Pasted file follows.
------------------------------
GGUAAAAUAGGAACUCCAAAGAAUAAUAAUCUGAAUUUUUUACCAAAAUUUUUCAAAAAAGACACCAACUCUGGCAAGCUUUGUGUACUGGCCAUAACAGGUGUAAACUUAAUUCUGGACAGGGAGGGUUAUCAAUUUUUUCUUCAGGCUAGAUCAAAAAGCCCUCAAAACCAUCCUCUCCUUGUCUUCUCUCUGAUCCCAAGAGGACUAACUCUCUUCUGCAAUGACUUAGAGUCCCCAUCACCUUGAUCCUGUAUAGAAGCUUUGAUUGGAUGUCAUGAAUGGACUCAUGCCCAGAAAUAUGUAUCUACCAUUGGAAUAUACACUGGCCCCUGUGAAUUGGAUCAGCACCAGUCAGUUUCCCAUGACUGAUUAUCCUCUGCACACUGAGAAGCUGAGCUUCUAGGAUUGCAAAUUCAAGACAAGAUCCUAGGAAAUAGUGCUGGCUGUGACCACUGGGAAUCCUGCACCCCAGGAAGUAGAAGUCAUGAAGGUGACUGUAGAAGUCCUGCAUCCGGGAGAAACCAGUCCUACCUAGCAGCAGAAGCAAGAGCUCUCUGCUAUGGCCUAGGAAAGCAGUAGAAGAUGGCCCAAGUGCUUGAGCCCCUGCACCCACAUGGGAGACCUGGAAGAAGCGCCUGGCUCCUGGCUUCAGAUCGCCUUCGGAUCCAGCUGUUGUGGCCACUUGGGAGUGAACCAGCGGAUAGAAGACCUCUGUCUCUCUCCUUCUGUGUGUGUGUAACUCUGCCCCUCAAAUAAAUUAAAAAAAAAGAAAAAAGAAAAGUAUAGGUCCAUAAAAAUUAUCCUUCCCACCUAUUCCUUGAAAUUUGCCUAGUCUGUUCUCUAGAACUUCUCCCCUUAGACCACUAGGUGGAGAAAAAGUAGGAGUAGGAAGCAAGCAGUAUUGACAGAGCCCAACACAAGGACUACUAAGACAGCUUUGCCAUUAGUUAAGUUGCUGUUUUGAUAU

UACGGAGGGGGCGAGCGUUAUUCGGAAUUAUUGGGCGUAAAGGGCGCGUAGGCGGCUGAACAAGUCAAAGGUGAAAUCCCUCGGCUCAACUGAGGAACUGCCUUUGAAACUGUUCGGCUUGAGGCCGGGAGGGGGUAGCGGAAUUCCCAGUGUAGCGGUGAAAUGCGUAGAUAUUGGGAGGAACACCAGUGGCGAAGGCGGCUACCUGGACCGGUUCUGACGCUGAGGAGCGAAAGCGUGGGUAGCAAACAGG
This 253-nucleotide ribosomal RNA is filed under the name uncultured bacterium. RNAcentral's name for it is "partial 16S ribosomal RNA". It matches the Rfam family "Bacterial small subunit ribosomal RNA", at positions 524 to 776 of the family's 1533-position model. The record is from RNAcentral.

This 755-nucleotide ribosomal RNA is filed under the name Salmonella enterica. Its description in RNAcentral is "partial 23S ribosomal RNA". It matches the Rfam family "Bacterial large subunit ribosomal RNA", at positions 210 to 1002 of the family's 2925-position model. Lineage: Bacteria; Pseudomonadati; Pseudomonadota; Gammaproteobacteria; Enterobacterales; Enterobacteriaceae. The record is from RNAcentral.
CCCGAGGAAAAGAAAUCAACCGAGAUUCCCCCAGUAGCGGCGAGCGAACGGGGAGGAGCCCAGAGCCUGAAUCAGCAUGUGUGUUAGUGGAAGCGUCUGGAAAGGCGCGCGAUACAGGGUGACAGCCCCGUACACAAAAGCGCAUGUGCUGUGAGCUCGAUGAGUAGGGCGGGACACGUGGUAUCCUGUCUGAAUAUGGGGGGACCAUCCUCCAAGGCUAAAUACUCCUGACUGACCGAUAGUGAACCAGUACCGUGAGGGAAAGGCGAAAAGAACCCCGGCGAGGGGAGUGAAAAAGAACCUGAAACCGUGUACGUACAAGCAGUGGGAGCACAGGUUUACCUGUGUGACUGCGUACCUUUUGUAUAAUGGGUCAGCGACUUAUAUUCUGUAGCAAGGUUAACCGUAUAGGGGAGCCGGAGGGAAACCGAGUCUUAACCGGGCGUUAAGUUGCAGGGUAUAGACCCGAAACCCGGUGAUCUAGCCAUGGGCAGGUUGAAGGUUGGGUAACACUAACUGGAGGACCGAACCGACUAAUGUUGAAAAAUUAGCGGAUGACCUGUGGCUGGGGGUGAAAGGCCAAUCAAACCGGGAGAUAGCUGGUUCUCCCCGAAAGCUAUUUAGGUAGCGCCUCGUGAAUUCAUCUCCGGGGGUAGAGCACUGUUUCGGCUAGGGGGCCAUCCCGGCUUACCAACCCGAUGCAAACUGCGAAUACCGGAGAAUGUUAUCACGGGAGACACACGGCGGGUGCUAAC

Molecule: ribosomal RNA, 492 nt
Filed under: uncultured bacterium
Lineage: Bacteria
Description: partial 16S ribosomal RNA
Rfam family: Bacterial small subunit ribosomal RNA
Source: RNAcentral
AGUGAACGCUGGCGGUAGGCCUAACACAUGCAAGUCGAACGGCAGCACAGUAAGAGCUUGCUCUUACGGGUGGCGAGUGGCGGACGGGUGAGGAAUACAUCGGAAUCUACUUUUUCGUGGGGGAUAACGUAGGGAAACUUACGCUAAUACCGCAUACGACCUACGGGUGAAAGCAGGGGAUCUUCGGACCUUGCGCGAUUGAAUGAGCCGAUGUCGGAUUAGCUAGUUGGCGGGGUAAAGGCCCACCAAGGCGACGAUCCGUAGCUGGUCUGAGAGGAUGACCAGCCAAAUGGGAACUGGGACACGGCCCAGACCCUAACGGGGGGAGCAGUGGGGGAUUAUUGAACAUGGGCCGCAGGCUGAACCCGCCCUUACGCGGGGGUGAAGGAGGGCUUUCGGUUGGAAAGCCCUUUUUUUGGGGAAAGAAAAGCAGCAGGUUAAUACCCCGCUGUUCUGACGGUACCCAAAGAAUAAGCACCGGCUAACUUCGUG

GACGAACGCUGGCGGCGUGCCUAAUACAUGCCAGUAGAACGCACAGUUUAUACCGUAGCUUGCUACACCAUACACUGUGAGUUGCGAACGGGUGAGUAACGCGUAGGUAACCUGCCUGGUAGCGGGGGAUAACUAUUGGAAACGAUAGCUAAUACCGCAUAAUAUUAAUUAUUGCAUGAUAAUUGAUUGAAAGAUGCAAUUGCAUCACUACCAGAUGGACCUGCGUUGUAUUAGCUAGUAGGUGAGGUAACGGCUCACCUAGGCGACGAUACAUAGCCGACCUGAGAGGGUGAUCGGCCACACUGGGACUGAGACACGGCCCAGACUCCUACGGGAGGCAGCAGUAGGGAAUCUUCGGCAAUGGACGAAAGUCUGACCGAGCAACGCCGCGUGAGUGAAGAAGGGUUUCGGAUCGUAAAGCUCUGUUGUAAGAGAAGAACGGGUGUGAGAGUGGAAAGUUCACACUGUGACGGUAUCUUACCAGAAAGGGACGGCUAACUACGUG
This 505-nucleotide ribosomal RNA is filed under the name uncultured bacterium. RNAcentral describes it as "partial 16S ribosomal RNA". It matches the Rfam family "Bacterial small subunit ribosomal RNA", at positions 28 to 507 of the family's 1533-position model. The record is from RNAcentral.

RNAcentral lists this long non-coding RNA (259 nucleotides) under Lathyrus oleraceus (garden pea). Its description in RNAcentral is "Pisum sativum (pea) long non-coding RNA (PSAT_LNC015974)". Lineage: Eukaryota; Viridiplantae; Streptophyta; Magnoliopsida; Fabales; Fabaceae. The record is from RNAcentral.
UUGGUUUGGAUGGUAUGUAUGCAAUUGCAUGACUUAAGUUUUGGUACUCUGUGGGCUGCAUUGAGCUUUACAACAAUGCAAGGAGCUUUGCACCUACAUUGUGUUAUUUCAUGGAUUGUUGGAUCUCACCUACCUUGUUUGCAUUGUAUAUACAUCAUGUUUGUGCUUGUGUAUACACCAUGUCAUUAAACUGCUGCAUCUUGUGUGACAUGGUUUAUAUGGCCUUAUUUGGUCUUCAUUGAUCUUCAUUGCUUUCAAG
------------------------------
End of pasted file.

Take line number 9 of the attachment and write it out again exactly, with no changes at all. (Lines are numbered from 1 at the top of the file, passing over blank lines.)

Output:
Description: partial 16S ribosomal RNA